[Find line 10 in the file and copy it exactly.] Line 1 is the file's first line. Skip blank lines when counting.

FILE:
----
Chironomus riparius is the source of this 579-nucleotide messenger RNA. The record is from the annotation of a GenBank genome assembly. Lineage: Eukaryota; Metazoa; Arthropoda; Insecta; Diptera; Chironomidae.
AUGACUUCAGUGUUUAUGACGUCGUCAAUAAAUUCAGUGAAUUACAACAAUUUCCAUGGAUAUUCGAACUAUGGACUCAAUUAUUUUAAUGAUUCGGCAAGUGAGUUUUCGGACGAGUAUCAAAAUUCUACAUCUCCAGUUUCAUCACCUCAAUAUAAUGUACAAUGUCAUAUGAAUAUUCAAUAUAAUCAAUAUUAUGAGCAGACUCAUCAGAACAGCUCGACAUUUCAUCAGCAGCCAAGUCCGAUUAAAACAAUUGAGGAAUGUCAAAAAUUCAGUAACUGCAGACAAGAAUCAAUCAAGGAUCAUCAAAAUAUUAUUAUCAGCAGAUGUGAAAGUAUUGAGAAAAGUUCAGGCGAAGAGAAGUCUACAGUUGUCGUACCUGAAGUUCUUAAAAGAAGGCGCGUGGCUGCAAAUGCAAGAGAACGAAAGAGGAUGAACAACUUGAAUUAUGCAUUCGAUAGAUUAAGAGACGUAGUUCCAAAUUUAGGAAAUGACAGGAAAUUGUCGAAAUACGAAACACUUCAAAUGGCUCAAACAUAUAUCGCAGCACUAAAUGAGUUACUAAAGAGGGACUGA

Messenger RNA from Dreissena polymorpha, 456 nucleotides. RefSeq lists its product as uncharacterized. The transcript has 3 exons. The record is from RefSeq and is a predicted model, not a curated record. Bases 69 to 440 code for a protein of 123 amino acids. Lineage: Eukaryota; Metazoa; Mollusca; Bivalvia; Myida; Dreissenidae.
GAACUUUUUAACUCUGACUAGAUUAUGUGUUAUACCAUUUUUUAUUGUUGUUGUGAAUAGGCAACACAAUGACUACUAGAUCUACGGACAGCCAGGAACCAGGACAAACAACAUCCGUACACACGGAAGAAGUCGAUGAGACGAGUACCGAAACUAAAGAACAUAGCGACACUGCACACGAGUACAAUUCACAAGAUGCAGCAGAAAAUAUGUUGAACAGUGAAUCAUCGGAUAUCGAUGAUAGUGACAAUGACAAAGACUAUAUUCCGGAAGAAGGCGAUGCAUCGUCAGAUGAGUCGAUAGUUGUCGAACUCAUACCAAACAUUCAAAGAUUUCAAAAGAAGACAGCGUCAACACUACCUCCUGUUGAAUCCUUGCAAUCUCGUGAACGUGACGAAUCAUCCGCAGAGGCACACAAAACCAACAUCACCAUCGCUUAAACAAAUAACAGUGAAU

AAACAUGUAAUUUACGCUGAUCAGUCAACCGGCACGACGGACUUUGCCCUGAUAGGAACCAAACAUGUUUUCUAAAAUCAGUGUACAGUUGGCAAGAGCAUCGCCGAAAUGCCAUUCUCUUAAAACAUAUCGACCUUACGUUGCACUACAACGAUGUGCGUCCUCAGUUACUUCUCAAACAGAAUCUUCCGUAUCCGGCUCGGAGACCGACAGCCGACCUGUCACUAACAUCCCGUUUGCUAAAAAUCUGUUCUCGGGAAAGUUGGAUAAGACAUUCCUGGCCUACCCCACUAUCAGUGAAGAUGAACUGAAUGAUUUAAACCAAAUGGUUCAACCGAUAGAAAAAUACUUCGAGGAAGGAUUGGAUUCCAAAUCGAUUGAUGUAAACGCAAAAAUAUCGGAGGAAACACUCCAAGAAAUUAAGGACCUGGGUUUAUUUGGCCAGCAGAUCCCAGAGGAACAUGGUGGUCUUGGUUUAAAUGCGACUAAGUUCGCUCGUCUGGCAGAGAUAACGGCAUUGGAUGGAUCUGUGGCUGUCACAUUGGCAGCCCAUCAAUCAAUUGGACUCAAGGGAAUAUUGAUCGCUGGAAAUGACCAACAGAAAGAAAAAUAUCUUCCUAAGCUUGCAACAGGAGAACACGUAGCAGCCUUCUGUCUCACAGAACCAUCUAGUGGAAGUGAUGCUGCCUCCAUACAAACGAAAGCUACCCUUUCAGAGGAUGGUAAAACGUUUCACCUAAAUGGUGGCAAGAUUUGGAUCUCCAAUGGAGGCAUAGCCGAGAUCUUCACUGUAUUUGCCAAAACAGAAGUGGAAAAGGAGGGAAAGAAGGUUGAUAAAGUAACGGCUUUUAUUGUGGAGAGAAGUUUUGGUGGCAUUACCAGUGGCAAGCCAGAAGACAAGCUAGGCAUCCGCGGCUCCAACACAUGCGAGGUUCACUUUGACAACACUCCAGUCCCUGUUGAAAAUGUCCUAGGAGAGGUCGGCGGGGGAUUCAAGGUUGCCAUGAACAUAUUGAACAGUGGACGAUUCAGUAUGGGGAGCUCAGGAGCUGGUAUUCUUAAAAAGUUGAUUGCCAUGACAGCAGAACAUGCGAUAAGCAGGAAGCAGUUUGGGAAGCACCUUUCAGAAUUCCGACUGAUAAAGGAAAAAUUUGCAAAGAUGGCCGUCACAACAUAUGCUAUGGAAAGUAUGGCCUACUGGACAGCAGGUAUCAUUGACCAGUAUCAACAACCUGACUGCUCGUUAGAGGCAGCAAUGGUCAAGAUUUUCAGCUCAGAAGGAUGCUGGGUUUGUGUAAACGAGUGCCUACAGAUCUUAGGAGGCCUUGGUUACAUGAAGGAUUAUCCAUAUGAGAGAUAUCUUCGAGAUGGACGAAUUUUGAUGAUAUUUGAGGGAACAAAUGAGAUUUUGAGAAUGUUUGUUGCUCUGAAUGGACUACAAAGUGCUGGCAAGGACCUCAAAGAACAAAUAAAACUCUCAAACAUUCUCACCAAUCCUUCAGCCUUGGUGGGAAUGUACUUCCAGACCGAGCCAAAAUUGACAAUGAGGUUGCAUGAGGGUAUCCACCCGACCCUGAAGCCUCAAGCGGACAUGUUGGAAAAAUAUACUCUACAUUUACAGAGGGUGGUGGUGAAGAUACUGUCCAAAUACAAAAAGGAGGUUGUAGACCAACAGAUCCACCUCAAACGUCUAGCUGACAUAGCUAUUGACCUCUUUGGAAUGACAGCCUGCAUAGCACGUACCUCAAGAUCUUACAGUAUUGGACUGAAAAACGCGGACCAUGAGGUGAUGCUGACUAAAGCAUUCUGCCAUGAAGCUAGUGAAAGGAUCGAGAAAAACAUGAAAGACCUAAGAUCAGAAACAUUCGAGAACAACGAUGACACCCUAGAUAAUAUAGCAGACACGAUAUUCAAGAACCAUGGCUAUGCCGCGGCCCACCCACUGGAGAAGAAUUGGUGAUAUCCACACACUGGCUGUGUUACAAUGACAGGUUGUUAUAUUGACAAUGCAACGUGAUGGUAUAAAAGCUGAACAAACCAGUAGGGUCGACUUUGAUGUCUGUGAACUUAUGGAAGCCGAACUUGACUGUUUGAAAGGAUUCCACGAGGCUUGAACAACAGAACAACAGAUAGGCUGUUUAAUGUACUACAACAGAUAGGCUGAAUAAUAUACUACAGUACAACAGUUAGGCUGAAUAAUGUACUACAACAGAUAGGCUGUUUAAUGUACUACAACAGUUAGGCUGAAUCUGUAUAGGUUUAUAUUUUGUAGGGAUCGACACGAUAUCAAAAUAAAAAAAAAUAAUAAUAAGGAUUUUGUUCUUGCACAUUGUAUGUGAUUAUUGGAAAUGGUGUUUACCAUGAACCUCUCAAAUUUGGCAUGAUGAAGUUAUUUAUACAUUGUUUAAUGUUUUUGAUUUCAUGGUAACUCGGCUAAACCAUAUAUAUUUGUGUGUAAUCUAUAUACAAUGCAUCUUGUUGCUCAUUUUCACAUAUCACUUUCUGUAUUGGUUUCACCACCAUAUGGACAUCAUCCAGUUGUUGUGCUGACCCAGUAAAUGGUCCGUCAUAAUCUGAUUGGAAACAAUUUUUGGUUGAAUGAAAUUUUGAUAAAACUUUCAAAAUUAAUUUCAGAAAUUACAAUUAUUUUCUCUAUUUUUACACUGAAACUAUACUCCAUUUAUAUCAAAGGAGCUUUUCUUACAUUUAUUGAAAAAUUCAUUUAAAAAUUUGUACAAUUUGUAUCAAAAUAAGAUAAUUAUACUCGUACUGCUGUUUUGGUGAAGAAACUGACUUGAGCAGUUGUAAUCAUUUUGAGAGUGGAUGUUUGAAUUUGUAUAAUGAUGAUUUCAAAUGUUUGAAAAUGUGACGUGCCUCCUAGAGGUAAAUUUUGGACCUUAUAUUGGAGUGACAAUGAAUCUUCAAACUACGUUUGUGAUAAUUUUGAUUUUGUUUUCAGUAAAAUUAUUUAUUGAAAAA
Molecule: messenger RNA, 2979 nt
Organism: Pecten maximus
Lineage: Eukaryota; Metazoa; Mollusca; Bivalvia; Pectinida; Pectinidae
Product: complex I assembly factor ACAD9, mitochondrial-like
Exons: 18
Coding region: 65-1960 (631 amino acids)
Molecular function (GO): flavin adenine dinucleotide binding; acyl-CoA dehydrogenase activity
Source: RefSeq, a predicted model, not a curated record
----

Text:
Exons: 18